Social media has made it easier for world leaders to connect with citizens, and with one another. Some leaders use these sites during election cycles, and then go radio silent on their accounts indefinitely. Others continue interacting with their followers online, and work to broad their social media presences. Those who understand the power of communication understand that the future of diplomacy is digital. World leaders are using social media channels to their benefit by connecting with their followers directly, by building diplomatic
relationships online, and by engaging in conversations with the people they serve.
Pope Benedict XVI made headlines around the world when he sent his first tweet on Dec. 21, 2012. Since then, he has used Twitter to bridge the present with the past, while simultaneously attempting to bring the Catholic Church into the 21st century. Less than a year after creating the account, @Pontifex had over 3 million followers.
In July 2013, Pope Benedict made headlines for offering indulgences to his Twitter followers who were virtual participants in World Youth Day in Rio de Janeiro. Many jokes followed, but it was an important step toward integrating the church with modern thinking, and seems to be perceived as a progressive move by the Catholic Church.
Political World Leaders and Social Media
Political world leaders are also showing their social media savvy, but not all of them share the same values when it comes to netiquette. More than a quarter of all world leaders follow Barack Obama on Twitter, but he only follows two in return. According to The Atlantic, some people question the diplomatic wisdom of his not reciprocating that diplomatic gesture, but as of 2013, the only other world leaders Obama follows are the Prime Ministers of Russia and Norway.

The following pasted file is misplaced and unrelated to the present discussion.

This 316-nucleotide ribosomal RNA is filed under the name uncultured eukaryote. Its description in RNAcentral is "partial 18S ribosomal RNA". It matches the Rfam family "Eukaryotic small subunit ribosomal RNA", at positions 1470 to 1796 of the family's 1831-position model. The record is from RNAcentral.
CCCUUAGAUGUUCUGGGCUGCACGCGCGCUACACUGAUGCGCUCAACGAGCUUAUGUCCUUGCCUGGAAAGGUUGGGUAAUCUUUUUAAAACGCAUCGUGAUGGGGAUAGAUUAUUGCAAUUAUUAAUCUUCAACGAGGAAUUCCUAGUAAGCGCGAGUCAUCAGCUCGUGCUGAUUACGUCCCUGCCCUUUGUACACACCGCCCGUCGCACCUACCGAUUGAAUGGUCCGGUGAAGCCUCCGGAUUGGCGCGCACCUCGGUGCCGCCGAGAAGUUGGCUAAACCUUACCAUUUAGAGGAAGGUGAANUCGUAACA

Some leaders have used social media for damage control, such as when the Estonian president personally responded to a negative news story about his country that appeared in the New York Times. The Iranian government uses Twitter to send messages to its followers, but does not allow its own citizens to use the site. Despite the Iranian government’s internet censoring and filtering, the tweets coming from Iranian President Hassan Rouhani and Foreign Minister Javad Zarif indicate a desire to establish more tranquil relationships in general. On Sept. 4, 2013, both leaders sent tweets wishing all Jews a “happy” and “blessed” Rosh Hashanah. Techdirt reported a Twitter exchange between Zarif and Nancy Pelosi’s daughter, Christine, in which Zarif acknowledges the holocaust happened--something Iran was thought to be in denial of for years.
Social media may have given more power to the people, but it also empowered leaders to speak directly to citizens, and listen to their ideas. It has made it possible for world leaders to communicate directly with absolute transparency. It has even made it possible for people to obtain virtual indulgences, shaving some time off Purgatory for tech-savvy, devout Catholics.
Tom writes on behalf of DLProg who addresses an important gap in international thinking and policy about the critical role played by leaders, elites and coalitions in the politics of development. Read more about The Leadership Program and the Pacific Leadership Program at DLProg.org.